Storage and processing of information at the synaptic level is enabled by the ability of synapses to persistently alter their efficacy. This phenomenon, known as synaptic plasticity, is believed to underlie multiple forms of long-term memory in the mammalian brain. It has become apparent that the metabotropic glutamate (mGlu) receptor is critically required for both persistent forms of memory and persistent synaptic plasticity. Persistent forms of synaptic plasticity comprise long-term potentiation (LTP) and long-term depression (LTD) that last at least for 4 h but can be followed in vivo for days and weeks. These types of plasticity are believed to be analogous to forms of memory that persist for similar time-spans. The mGlu receptors are delineated into three distinct groups based on their G-protein coupling and agonist affinity and also exercise distinct roles in the way they regulate both long-term plasticity and long-term hippocampus-dependent memory. Here, the mGlu receptors will be reviewed both in general, and in the particular context of their role in persistent (>4 h) forms of hippocampus-dependent synaptic plasticity and memory, as well as forms of synaptic plasticity that have been shown to be directly regulated by memory events.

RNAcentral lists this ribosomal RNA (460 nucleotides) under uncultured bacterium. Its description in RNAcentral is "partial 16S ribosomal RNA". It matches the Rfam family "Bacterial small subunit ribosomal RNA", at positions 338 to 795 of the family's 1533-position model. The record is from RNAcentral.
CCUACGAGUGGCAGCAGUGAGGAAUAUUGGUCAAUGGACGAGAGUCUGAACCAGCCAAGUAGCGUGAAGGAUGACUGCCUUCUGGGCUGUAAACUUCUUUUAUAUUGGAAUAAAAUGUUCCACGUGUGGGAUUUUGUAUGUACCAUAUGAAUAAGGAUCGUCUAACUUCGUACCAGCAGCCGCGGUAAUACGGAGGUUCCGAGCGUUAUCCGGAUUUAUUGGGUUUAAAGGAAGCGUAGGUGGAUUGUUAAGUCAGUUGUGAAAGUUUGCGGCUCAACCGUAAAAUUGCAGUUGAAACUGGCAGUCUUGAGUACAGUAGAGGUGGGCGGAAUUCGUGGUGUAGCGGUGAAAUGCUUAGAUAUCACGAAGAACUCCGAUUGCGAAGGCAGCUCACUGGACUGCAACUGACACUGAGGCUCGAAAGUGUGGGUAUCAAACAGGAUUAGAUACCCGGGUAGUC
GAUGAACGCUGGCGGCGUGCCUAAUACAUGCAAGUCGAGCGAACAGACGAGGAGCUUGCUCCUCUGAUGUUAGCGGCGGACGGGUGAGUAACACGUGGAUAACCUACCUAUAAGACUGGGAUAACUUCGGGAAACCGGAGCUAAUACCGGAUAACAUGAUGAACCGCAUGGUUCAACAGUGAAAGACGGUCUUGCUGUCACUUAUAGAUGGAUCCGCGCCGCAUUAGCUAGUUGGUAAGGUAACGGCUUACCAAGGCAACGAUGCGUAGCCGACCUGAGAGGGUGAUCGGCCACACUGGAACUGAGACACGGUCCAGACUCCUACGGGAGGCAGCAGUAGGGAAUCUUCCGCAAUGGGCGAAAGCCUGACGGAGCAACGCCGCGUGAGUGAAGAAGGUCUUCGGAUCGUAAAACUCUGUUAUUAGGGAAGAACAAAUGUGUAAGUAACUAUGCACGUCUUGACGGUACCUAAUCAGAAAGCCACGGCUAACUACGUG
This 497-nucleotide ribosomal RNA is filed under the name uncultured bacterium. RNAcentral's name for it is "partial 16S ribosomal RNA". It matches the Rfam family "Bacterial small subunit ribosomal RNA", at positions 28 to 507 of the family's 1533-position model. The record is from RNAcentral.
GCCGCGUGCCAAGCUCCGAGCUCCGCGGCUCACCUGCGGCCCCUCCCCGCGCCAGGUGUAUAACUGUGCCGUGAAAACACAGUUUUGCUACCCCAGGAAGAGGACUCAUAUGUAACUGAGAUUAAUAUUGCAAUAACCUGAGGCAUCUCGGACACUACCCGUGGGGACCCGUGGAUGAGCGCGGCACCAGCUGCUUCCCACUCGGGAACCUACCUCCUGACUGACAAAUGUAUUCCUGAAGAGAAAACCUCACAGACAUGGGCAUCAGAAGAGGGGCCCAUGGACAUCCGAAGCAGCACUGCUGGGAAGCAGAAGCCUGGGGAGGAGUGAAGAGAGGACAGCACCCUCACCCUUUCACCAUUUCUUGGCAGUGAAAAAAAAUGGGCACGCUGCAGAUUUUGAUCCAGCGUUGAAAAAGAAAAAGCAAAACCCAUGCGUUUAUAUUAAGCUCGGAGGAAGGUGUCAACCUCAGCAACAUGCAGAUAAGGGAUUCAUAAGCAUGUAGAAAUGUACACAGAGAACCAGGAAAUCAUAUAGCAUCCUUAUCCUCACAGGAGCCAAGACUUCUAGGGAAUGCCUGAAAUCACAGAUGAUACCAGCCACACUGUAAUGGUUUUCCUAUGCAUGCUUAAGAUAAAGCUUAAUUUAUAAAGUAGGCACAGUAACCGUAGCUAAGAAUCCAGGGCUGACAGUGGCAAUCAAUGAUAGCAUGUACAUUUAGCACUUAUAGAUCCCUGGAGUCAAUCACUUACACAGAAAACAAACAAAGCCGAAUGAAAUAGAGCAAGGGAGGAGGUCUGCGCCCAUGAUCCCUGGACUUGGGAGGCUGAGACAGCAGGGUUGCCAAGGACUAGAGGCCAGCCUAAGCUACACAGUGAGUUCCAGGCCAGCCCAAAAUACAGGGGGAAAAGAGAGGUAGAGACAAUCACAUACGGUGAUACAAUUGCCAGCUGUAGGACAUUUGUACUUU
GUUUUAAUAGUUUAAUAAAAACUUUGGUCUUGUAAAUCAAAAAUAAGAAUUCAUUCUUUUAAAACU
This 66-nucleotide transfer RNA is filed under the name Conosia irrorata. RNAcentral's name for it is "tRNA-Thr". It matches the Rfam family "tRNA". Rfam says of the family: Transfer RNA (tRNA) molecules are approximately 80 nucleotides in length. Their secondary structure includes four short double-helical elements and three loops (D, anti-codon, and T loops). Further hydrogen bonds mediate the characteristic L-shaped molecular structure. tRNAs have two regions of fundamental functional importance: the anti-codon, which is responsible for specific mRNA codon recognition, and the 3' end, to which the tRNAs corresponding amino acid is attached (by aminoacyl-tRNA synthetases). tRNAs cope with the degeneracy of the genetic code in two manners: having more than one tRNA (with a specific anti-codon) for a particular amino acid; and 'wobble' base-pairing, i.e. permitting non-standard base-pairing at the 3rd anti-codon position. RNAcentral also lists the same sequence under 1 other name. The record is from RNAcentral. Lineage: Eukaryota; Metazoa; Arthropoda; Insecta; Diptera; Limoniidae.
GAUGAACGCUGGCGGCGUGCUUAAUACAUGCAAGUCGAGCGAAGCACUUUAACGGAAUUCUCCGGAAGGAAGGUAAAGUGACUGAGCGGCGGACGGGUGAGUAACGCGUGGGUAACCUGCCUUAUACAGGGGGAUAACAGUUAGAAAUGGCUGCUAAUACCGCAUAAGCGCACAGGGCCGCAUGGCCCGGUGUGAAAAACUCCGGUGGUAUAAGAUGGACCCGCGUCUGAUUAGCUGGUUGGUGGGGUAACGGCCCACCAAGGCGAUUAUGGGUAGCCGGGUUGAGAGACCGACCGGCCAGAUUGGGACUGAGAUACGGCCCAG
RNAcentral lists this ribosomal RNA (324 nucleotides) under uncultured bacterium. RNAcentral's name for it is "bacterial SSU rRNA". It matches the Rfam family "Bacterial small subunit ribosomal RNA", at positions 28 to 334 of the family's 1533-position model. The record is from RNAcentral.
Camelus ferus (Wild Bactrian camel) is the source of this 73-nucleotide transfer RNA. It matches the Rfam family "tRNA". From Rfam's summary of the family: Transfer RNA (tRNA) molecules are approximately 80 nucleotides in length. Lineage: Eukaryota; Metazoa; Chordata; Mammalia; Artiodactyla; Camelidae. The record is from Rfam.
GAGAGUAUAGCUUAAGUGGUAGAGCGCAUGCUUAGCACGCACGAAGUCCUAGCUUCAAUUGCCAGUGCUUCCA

This article is part of a Special Issue entitled ‘Metabotropic Glutamate Receptors’.